The Battle for Passchendaele - October 1917


This is a very small portion of a very long panorama photograph which my Grandfather had kept since the First World War (WW1). The actual photo is an amalgamation of ten standard panorama photos, taken with a special camera. The overall length of the photograph is 4.1 metres. In terms of sweep angle, the photo covers about 155 degrees (a full circle is 360 degrees), so it is slightly less than a semi-circle.

The date on the photograph is 24th October 1917, and it was taken from near Poelcappelle (see maps below for the actual position). Panoramas such as these were used by the British Intelligence to plan their war campaign. The panorama sweeps from Houthulst Forest to Passchendaele (see map below), and gives a very graphic picture of the abominable mess that became of the countryside.

Map ©2015 Department of Veterans’ Affairs and Board of Studies NSW.
Map is available online HERE

Map ©2013 Clive Gilbert, and can be found on the Epsom and Ewell History Explorer site

This map shows the camera position as beside a road on the north-east outskirts of Poelcappelle.
The dashed line is the approximate front, as at mid-October 1917.

Click on the image to open a low-resolution version of the entire photo (opens in new window/tab).

Search and view the entire photograph on-line

The photograph was originally scanned into 20 separate images. The AWM photograph reference is P02416.
Individual photos are numbered P02416.001 to P02416.020 - click on the link below to see these.
Photos 1-20

In June 2015, the 20 separate images were stitched together to re-create the entire original 155-degree panorama.
The final panorama is reference P02416.021 - click on the link below.
entire panorama photo


The following extract is taken from a book about the 37th Battalion, called
THE THIRTY-SEVENTH - "History of the Thirty-Seventh Battalion A.I.F."
by N. G. McNICOL, and was published in 1936.

left or right-click to view either page

The conditions were appalling. The countryside was a terrible landscape of mud, blood, the dead and wounded. The first-aid station had been set up in a German 'pill-box'.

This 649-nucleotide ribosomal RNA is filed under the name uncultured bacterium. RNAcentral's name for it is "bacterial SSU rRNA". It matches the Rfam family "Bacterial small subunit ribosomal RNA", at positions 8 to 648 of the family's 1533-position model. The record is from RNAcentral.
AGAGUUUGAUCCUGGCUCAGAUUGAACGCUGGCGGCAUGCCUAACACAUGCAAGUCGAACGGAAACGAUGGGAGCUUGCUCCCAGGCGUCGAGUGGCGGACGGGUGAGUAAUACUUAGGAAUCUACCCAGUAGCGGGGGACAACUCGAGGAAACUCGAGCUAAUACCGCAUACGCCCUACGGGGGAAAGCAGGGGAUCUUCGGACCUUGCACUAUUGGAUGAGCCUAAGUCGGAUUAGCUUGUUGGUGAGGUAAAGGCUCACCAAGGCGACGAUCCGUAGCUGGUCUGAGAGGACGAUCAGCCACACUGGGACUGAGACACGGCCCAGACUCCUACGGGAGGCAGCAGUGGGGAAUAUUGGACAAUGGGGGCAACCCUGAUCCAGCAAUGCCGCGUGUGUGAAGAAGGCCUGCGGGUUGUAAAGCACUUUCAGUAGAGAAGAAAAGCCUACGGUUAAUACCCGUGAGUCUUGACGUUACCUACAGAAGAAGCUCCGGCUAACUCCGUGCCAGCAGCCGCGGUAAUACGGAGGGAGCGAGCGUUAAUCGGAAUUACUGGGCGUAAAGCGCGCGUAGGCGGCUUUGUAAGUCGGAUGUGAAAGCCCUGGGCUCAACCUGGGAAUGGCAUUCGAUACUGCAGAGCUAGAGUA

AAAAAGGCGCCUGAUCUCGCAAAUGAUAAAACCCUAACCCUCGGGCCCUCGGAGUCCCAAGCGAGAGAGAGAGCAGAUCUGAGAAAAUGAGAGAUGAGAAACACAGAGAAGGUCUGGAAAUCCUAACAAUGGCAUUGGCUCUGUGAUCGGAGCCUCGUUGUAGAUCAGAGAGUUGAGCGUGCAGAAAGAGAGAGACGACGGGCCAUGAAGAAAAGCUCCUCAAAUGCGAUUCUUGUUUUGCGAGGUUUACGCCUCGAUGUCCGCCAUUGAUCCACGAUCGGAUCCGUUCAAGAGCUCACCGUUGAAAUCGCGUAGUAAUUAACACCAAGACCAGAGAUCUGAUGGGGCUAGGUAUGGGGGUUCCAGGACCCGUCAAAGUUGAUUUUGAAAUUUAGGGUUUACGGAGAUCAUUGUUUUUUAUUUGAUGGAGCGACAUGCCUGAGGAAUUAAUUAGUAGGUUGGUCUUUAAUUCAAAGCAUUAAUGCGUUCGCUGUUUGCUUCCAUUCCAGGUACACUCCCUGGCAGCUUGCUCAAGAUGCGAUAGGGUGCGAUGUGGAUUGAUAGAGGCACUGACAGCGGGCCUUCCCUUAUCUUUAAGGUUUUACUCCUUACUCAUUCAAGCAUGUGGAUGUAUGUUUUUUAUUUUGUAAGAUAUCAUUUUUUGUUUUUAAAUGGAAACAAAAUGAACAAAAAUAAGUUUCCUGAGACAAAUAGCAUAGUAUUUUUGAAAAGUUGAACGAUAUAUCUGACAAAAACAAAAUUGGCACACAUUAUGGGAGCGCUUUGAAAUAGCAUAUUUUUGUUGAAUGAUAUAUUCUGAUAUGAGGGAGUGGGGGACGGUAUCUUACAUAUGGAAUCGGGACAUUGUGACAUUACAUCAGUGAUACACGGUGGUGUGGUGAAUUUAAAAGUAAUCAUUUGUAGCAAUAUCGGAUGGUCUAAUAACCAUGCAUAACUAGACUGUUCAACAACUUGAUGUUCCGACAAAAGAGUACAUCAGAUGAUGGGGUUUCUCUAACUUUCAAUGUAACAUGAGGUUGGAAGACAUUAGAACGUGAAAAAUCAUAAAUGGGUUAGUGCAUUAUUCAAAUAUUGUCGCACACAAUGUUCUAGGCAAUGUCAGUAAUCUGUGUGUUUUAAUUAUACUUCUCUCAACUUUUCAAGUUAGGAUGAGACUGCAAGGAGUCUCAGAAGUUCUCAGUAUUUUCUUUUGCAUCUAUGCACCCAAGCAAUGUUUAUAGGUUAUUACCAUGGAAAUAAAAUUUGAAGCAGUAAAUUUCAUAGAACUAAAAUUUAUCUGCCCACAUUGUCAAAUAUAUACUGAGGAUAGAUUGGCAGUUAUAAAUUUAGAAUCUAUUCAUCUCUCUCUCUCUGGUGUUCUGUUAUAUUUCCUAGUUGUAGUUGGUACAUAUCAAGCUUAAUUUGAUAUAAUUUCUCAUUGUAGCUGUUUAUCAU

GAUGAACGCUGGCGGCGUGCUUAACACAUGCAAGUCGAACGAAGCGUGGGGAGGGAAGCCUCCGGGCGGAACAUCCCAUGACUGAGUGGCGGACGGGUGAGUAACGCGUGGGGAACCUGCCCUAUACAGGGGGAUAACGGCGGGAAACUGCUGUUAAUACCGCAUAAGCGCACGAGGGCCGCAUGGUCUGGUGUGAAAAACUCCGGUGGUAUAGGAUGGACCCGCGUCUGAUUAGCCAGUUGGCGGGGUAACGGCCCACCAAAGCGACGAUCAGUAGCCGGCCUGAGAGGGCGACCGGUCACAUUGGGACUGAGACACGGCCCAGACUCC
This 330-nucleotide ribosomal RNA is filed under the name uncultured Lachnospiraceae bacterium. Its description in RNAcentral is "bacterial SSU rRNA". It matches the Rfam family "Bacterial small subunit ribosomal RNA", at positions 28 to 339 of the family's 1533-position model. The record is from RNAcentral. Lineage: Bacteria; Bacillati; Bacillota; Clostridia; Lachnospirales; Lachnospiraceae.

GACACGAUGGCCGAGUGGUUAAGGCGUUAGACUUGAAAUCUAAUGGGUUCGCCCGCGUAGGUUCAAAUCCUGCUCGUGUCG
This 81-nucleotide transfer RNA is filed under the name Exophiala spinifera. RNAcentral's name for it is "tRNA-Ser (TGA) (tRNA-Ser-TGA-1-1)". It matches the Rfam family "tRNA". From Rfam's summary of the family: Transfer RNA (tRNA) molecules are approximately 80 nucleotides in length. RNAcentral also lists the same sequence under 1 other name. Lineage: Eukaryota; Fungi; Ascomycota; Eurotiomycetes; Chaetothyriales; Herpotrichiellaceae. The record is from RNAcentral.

This is a transcript of his D.S.O. citation:

       X             X                X               X
       "With reference to the award as announced in the
London Gazette, dated 17th December 1917, the following is
the statement of service for which the decoration was conferred:

        Captain  WILLIAM  HENRY  COLLINS,  D.S.O

        For conspicuous gallantry and devotion to duty.
Finding that his regimental stretcher-bearers were unable to
find a regimental aid post which he had established in a German
"pill-box," he personally led the first party of them through
an intense artillery and machine gun fire barrage. Although
knocked down by a bursting shell, he immediately resumed the
dressing of the wounded. Although owing to casualties, he had
only two men to help him, he courageously persevered with his
work and himself helped to excavate a dug-out for the wounded
under heavy shell fire, during which several of the wounded
were killed. He remained on duty for sixty hours, and refused
to leave his post till the last wounded man had been evacuated.
By his constant cheerfulness under the most adverse conditions,
and by his utter disregard for his own safety, he kept up the
spirits of the wounded and stimulated his surviving helpers to
their utmost effort.

       X             X                X               X

        The above has been promulgated in Commonwealth of

Australia Gazette, No. 150, dated 24th September, 1918.

left or right-click to view
He was mentioned in despatches, and received the D.S.O. for his gallantry.

I have many other photos - click HERE to see some more.


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